March 2021 — Hematopathology Case 1
A 74-year-old man is being evaluated for a 2.5 cm well-circumscribed right parotid mass with accompanying regional lymphadenopathy. He has a history of an unspecified immune deficiency disorder, chronic lymphocytic leukemia (diagnosed five years prior), and recurrent MSSA abscesses and cellulitis in the chin, scalp, and chest regions.
Based on morphology from an excisional biopsy of the right parotid gland, what is the most likely diagnosis?
- Castleman disease
- Kimura disease
- Angiolymphoid hyperplasia with eosinophilia (ALHE)
- Hodgkin disease, mixed cellularity type
The correct answer is ...
The diagnosis in this case is: Kimura disease.
Correct answer: Kimura disease
Kimura disease is a chronic inflammatory disorder that involves subcutaneous tissues and lymph nodes predominantly in the head and neck region and is characterized by angiolymphoid proliferation and eosinophilia. Diffuse eosinophilia, eosinophilic microabscesses, and infiltration of germinal centers, sometimes resulting in folliculolysis, are part of the process. Vascular hyperplasia may be pronounced. Described in 1948, the disease is endemic in Asia an sporadic in the West. Kimura disease is suggestive of an infectious origin, but no pathogen has been demonstrated.
Incorrect: Hodgkin disease, mixed cellularity type
Has in common with Kimura disease eosinophils, plasma cells, and sclerosis, but lacks the hyperplastic germinal centers and deposits of IgE. The presence of Reed-Sternberg cells determines a positive diagnosis.
Incorrect: Angiolymphoid hyperplasia with eosinophilia (ALHE)
Owing to histologic similarities, ALHE has been confused with or mistaken for an early stage of Kimura disease. In contrast with Kimura disease, which is common in Asians, predominantly males, and seated deep in subcutaneous tissues, ALHE is seen in Caucasians, more often in females, involves the superficial skin forming clusters of papules, and is characterized by hypertrophic endothelial cells protruding into or occluding the vascular lumina. More important, the lymphadenopathy is an essential part of Kimura disease and is not present in ALHE.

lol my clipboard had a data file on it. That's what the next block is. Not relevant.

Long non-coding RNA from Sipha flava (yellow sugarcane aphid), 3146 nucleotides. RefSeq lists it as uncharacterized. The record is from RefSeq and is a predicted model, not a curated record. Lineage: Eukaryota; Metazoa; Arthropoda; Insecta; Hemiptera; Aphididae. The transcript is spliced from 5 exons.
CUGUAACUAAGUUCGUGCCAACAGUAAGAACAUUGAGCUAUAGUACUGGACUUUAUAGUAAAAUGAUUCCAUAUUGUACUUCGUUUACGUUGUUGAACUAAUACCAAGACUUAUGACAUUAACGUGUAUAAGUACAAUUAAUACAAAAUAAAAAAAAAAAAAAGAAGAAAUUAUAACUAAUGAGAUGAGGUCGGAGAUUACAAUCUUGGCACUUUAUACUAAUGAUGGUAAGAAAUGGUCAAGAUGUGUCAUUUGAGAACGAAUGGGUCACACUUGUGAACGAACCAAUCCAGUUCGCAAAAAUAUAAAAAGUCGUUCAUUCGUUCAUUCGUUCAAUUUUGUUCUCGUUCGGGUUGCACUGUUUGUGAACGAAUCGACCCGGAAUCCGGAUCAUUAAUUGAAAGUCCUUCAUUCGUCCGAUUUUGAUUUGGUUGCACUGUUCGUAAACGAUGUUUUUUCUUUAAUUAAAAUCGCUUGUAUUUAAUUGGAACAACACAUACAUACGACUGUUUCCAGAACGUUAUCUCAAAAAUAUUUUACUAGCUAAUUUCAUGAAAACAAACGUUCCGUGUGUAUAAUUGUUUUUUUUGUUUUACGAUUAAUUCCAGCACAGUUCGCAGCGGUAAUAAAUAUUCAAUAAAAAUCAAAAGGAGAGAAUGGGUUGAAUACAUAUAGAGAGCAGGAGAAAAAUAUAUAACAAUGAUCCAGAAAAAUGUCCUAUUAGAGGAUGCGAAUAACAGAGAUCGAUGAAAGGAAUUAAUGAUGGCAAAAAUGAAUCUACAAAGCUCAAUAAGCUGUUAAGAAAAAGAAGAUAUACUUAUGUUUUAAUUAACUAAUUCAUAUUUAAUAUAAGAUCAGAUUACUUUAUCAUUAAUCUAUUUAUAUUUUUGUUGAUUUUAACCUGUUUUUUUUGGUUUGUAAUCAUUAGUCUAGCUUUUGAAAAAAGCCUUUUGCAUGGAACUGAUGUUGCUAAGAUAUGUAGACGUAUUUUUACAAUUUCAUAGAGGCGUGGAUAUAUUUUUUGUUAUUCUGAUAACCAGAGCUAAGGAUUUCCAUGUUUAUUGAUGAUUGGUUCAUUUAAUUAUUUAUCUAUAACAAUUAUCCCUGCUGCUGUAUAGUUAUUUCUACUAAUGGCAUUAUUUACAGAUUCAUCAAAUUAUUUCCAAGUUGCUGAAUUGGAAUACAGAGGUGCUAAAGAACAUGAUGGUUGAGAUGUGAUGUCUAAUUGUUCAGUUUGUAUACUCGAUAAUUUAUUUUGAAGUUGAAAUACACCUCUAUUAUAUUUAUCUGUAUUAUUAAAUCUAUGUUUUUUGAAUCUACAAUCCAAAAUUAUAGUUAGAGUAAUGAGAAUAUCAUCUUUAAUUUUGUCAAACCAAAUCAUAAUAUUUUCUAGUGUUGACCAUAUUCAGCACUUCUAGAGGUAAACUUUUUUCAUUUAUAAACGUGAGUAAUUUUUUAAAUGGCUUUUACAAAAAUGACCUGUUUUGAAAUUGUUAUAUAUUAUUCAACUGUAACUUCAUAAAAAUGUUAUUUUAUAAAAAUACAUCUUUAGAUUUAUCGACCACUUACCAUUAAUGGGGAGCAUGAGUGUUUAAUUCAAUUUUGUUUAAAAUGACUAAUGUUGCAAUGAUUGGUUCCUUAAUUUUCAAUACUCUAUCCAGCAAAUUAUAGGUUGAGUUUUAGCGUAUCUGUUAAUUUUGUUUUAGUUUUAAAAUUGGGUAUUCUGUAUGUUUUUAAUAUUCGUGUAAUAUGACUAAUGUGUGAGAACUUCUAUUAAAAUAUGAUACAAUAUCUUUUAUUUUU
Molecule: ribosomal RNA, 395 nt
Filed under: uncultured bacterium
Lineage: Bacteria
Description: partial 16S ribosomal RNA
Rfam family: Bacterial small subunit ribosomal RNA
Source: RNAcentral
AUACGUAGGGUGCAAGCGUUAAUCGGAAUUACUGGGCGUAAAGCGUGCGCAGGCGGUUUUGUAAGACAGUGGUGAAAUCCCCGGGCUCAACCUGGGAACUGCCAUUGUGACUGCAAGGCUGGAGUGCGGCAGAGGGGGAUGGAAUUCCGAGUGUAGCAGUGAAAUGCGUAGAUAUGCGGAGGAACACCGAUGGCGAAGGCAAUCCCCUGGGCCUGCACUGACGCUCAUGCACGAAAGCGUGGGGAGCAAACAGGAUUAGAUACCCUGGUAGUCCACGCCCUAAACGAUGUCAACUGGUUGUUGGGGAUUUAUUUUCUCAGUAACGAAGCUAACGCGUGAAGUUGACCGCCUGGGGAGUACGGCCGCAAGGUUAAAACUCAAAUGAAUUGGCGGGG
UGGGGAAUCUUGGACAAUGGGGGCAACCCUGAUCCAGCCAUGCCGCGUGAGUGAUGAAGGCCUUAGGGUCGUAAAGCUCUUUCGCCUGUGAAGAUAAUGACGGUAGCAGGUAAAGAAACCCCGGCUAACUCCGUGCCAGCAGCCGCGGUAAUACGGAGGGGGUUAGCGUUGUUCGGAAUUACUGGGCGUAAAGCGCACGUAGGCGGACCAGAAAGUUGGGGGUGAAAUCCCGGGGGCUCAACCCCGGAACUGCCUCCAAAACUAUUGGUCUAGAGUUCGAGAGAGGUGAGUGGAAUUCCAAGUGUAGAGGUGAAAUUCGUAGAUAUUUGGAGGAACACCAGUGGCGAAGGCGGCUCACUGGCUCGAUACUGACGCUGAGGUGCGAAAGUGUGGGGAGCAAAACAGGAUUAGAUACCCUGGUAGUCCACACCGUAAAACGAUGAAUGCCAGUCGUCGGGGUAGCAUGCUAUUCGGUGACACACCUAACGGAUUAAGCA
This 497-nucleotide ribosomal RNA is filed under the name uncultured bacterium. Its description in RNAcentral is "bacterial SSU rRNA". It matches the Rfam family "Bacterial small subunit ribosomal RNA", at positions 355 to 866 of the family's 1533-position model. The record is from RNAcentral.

Incorrect: Castleman disease
This entity includes vascular hyperplasia but lacks eosinophilia and has involuted hyalinized rather than hyperplastic germinal centers.
- Chen, Hong, et al. "Kimura disease: a clinicopathologic study of 21 cases." The American journal of surgical pathology 28.4 (2004): 505-513.
- Hui PK, Chan JK, Ng CS, Kung IT, Gwi E. Lymphadenopathy of Kimura's disease. The American journal of surgical pathology. 1989 Mar 1;13(3):177-86.
- Googe, P. B., N. L. Harris, and M. C. Mihm Jr. "Kimura's disease and angiolymphoid hyperplasia with eosinophilia: two distinct histopathological entities." Journal of cutaneous pathology 14.5 (1987): 263-271.
Mazen Atiq, M.B.B.S.
Resident, Anatomic and Clinical Pathology
Ellen McPhail, M.D.
Associate Professor of Laboratory Medicine and Pathology
Mayo Clinic College of Medicine and Science